“At times it’s work but then you have to remember that some people get up at five in the morning and catch a train into London. It’s not a bad life, well sometimes you don’t get the meals you’re promised…”
He looks around. Holly still hasn’t returned with the food. Al grins sheepishly.
“… but people want a rock’n’roll band, not a band that behaves like rock and rollers. We conduct ourselves properly. The clients like us. We’re, I guess you could say, a high end function band but there are levels that are even higher. We’ve played at Old Trafford, Sandown, even Gleneagles. We know that function bands are not cool so the art of marketing it is to associate it with Redwood. The thing is that one thing allows you to do the other and although sometimes we feel Rollercoaster is a bit of a pain you have to remind yourself that it’s better than catching that train to London every day.”
We are outside behind the barn on a warm, sunny evening and when Holly and Jason arrive back with sandwiches everyone munches away. Then Rob picks up his acoustic again and for no apparent reason plays the chords to ‘You Can’t Always Get What You Want’, and Holly, much happier now that her appetite is settled, sings along until she forgets the words. There is a bit of a delay as the speeches take longer than anticipated but the clients want to synchronise the cutting of the cake with the first waltz, so after a sound check that takes slightly longer than usual because they’re using a new, computerised monitor set-up, Rollercoaster take up their positions. The chords of Elton John’s first hit ring out sonorously and the bride and groom take the floor. “It’s a little bit funny,” sings Al, and the coaster is rolling.
“It’s a warm night so they’ll be outside for most of the first set, but they’ll come inside later,” Al had told me earlier. He was only half right. The older guests do head outside, probably to escape from the noise, but the younger ones dance away in between trips to the bar. At one point, though, he is 100% right, and I’m the only one listening. Then everyone comes back in a rush, probably because they recognise a song they all like – I think it was ‘You Really Got Me’ or maybe ‘Summer Of ‘69’ – and when the group takes a break there’s a collective groan because no one wants them to go.
During the half hour break between sets Rollercoaster do get fed, bacon baps as it happens, so everyone’s smiling again and so are the clients and their friends who by now are gagging for the band to return. Before the second set Jason of the kilt demonstrates how to do some Scottish reeling which gets absolutely everyone onto the floor while Al, Rob and Chris vamp away in 4/4 time. Jason acts as a caller – ‘gentleman turn your partners’ – but it doesn’t really work because the floor is far too crowded, so it’s back to rock and pop, this time around a bit more extreme than before.
‘Mak show,’ Bruno Koschmider used to yell at the apprentice Beatles on stage in Hamburg, and Rollercoaster do the same as the night draws on; Al bopping away in the centre with his Fender Precision, looking as though he’s finally beginning to enjoy himself; Rob stretching out here and there on his Tele, a touch of the guitar hero that inspires some air guitar histrionics from at last one wedding guest; Chris snapping his kit in perfect time, unfussy like Charlie in the Stones, and taking a measured vocal as required; Jason fiddling away in his kilt, his tall stature adding a touch of the absurd as he swoops down from time to time; and Holly, smiling like a sunbeam, dancing on the spot, heels tight together, cool as hell, like all the best girls on big stages everywhere.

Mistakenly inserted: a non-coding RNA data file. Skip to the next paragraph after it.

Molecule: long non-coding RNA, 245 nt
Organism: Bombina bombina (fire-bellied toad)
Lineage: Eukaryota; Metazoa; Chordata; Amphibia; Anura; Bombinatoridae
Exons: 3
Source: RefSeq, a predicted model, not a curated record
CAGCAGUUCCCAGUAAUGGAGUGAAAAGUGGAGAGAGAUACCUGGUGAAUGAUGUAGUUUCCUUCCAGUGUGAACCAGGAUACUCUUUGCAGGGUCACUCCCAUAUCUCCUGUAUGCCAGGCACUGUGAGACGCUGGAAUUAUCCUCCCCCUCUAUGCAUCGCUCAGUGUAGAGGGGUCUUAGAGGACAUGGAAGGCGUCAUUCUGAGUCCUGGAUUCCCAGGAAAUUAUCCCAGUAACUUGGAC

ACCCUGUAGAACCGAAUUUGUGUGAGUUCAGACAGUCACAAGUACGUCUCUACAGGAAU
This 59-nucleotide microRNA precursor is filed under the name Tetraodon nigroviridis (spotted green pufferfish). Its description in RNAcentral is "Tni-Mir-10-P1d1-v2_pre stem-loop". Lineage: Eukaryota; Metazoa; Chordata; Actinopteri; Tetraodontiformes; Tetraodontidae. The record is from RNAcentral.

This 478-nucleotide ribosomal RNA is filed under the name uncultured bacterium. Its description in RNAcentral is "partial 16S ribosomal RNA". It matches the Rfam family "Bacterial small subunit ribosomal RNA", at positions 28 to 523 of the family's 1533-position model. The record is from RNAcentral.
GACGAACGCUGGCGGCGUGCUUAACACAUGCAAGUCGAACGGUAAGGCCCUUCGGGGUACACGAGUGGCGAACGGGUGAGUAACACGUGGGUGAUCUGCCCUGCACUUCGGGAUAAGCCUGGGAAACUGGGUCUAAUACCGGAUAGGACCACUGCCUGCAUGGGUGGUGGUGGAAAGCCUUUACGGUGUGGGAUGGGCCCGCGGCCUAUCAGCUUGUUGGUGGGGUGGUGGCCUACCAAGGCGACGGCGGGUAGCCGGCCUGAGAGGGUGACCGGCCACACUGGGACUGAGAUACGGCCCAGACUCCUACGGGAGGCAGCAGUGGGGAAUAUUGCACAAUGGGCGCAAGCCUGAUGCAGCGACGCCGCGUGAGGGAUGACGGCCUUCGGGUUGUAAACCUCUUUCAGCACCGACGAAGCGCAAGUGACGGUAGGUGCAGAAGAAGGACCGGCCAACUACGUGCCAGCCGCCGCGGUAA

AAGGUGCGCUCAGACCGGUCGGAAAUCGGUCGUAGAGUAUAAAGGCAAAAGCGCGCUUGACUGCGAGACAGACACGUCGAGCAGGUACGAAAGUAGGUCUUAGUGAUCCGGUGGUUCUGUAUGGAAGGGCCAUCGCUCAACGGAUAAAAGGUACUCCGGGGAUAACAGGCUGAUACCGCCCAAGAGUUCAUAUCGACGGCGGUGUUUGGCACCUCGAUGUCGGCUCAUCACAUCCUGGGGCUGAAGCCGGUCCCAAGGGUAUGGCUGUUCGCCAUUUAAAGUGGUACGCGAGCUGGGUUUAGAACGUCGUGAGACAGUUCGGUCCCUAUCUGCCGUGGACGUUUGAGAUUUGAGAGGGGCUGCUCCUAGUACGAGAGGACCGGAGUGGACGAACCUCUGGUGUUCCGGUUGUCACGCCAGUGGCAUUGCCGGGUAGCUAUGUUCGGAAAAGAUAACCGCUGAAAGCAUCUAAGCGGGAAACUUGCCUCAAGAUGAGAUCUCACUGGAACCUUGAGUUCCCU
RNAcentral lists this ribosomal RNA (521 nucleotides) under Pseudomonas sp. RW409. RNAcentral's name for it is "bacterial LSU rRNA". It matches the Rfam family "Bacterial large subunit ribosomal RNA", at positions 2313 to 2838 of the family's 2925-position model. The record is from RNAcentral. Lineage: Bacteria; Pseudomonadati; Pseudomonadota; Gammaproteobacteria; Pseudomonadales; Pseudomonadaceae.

About halfway through their second session, perhaps sensing that romance was in the air, Rollercoaster take the tempo down slightly and play a simply gorgeous arrangement of ‘My Girl’. Listening closely to a song I’ve always loved, I would defy any group, and that probably includes whoever nowadays comprises The Temptations, to perform as harmonically satisfying an interpretation of this spectacularly beautiful song as Rollercoaster do tonight. The subtlety of their four-part harmony was probably lost on the wedding guests, but for me it was the highlight of the evening. Chris, the drummer, sang a high lead, joined on the chorus by Al and Holly, all three interweaving with Rob who added a bass harmonic – ‘talking ‘bout’ – before playing that tidy little octave riff, and to cap it all Jason added a touch of the orchestral strings that grace the Tempts’ 1965 original.
And then it was back to The Killers and, finally, ‘500 Miles’, the perfect closer, which accelerated wildly until it reached a break-neck climax. This inspired the wedding guests to form a circle, dashing around the bride and groom, quite dangerously so, all of them singing along at the tops of their voices. Watching from the back I couldn’t help but think that these deliriously happy men and women in their wedding suits and designer dresses don’t look like the kind of people who go to many rock gigs, so the fact that it’s Rollercoaster and not The Proclaimers who are ‘coming home to you’ doesn’t matter one iota to them. It sounds like The Proclaimers so it might just as well be – and that’s the whole point of it. It’s a gig they’ll all remember for a long time; the bride and groom for the rest of their lives.
Rob & Al
You can visit Rollercoaster's website here: http://www.rollercoasterband.co.uk/
You can visit Rollercoaster's website here: http://www.rollercoasterband.co.uk/